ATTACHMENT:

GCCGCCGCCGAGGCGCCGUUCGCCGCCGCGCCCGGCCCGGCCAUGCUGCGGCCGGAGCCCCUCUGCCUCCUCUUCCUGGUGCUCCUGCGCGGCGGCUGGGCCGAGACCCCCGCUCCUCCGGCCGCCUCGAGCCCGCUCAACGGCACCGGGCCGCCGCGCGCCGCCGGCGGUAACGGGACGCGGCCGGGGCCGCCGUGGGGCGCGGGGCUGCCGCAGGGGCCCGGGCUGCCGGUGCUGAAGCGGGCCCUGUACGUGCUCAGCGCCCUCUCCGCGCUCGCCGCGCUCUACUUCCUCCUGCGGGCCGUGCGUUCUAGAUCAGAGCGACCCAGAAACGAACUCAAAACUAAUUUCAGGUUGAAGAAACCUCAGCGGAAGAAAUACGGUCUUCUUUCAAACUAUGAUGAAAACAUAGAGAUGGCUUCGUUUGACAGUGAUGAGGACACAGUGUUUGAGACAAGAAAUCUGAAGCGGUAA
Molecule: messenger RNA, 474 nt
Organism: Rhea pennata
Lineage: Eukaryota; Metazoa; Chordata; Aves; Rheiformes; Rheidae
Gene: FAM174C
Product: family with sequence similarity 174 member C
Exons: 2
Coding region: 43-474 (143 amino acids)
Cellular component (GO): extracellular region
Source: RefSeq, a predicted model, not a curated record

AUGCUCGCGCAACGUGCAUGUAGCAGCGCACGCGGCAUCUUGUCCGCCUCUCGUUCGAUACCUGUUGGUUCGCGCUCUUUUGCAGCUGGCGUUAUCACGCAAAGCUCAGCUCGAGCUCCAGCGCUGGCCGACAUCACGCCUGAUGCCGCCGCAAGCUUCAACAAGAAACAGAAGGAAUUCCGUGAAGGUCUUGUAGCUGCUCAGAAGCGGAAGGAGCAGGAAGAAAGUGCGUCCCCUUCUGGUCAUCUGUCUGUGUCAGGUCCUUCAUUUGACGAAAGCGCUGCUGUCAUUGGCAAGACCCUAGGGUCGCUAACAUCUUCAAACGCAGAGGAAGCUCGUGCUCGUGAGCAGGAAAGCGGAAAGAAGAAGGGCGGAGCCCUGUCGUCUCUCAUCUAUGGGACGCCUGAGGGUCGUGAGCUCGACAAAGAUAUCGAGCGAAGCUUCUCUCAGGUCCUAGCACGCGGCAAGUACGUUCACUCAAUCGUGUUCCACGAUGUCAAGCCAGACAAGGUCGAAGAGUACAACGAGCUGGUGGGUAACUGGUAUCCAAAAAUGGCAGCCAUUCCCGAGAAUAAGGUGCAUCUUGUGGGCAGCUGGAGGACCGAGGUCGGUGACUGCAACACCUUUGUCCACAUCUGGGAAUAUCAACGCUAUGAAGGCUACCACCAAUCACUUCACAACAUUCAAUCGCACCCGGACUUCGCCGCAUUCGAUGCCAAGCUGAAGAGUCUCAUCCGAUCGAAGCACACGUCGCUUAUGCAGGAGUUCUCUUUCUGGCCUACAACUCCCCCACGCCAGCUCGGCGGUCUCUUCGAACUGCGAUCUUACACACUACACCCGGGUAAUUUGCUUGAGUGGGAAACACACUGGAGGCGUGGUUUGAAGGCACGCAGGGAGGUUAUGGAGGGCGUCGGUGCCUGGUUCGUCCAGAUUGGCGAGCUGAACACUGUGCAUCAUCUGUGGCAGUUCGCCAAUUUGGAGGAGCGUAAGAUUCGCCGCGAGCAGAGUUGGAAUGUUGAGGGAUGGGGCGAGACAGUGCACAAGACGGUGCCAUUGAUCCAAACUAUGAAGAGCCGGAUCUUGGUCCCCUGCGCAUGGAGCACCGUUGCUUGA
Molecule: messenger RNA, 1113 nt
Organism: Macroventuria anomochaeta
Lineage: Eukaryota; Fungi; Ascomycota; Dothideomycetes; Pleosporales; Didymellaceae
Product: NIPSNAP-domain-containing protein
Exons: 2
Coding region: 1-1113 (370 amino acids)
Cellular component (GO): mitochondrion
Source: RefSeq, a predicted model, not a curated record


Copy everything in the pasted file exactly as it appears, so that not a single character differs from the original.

GCCGCCGCCGAGGCGCCGUUCGCCGCCGCGCCCGGCCCGGCCAUGCUGCGGCCGGAGCCCCUCUGCCUCCUCUUCCUGGUGCUCCUGCGCGGCGGCUGGGCCGAGACCCCCGCUCCUCCGGCCGCCUCGAGCCCGCUCAACGGCACCGGGCCGCCGCGCGCCGCCGGCGGUAACGGGACGCGGCCGGGGCCGCCGUGGGGCGCGGGGCUGCCGCAGGGGCCCGGGCUGCCGGUGCUGAAGCGGGCCCUGUACGUGCUCAGCGCCCUCUCCGCGCUCGCCGCGCUCUACUUCCUCCUGCGGGCCGUGCGUUCUAGAUCAGAGCGACCCAGAAACGAACUCAAAACUAAUUUCAGGUUGAAGAAACCUCAGCGGAAGAAAUACGGUCUUCUUUCAAACUAUGAUGAAAACAUAGAGAUGGCUUCGUUUGACAGUGAUGAGGACACAGUGUUUGAGACAAGAAAUCUGAAGCGGUAA
Molecule: messenger RNA, 474 nt
Organism: Rhea pennata
Lineage: Eukaryota; Metazoa; Chordata; Aves; Rheiformes; Rheidae
Gene: FAM174C
Product: family with sequence similarity 174 member C
Exons: 2
Coding region: 43-474 (143 amino acids)
Cellular component (GO): extracellular region
Source: RefSeq, a predicted model, not a curated record

AUGCUCGCGCAACGUGCAUGUAGCAGCGCACGCGGCAUCUUGUCCGCCUCUCGUUCGAUACCUGUUGGUUCGCGCUCUUUUGCAGCUGGCGUUAUCACGCAAAGCUCAGCUCGAGCUCCAGCGCUGGCCGACAUCACGCCUGAUGCCGCCGCAAGCUUCAACAAGAAACAGAAGGAAUUCCGUGAAGGUCUUGUAGCUGCUCAGAAGCGGAAGGAGCAGGAAGAAAGUGCGUCCCCUUCUGGUCAUCUGUCUGUGUCAGGUCCUUCAUUUGACGAAAGCGCUGCUGUCAUUGGCAAGACCCUAGGGUCGCUAACAUCUUCAAACGCAGAGGAAGCUCGUGCUCGUGAGCAGGAAAGCGGAAAGAAGAAGGGCGGAGCCCUGUCGUCUCUCAUCUAUGGGACGCCUGAGGGUCGUGAGCUCGACAAAGAUAUCGAGCGAAGCUUCUCUCAGGUCCUAGCACGCGGCAAGUACGUUCACUCAAUCGUGUUCCACGAUGUCAAGCCAGACAAGGUCGAAGAGUACAACGAGCUGGUGGGUAACUGGUAUCCAAAAAUGGCAGCCAUUCCCGAGAAUAAGGUGCAUCUUGUGGGCAGCUGGAGGACCGAGGUCGGUGACUGCAACACCUUUGUCCACAUCUGGGAAUAUCAACGCUAUGAAGGCUACCACCAAUCACUUCACAACAUUCAAUCGCACCCGGACUUCGCCGCAUUCGAUGCCAAGCUGAAGAGUCUCAUCCGAUCGAAGCACACGUCGCUUAUGCAGGAGUUCUCUUUCUGGCCUACAACUCCCCCACGCCAGCUCGGCGGUCUCUUCGAACUGCGAUCUUACACACUACACCCGGGUAAUUUGCUUGAGUGGGAAACACACUGGAGGCGUGGUUUGAAGGCACGCAGGGAGGUUAUGGAGGGCGUCGGUGCCUGGUUCGUCCAGAUUGGCGAGCUGAACACUGUGCAUCAUCUGUGGCAGUUCGCCAAUUUGGAGGAGCGUAAGAUUCGCCGCGAGCAGAGUUGGAAUGUUGAGGGAUGGGGCGAGACAGUGCACAAGACGGUGCCAUUGAUCCAAACUAUGAAGAGCCGGAUCUUGGUCCCCUGCGCAUGGAGCACCGUUGCUUGA
Molecule: messenger RNA, 1113 nt
Organism: Macroventuria anomochaeta
Lineage: Eukaryota; Fungi; Ascomycota; Dothideomycetes; Pleosporales; Didymellaceae
Product: NIPSNAP-domain-containing protein
Exons: 2
Coding region: 1-1113 (370 amino acids)
Cellular component (GO): mitochondrion
Source: RefSeq, a predicted model, not a curated record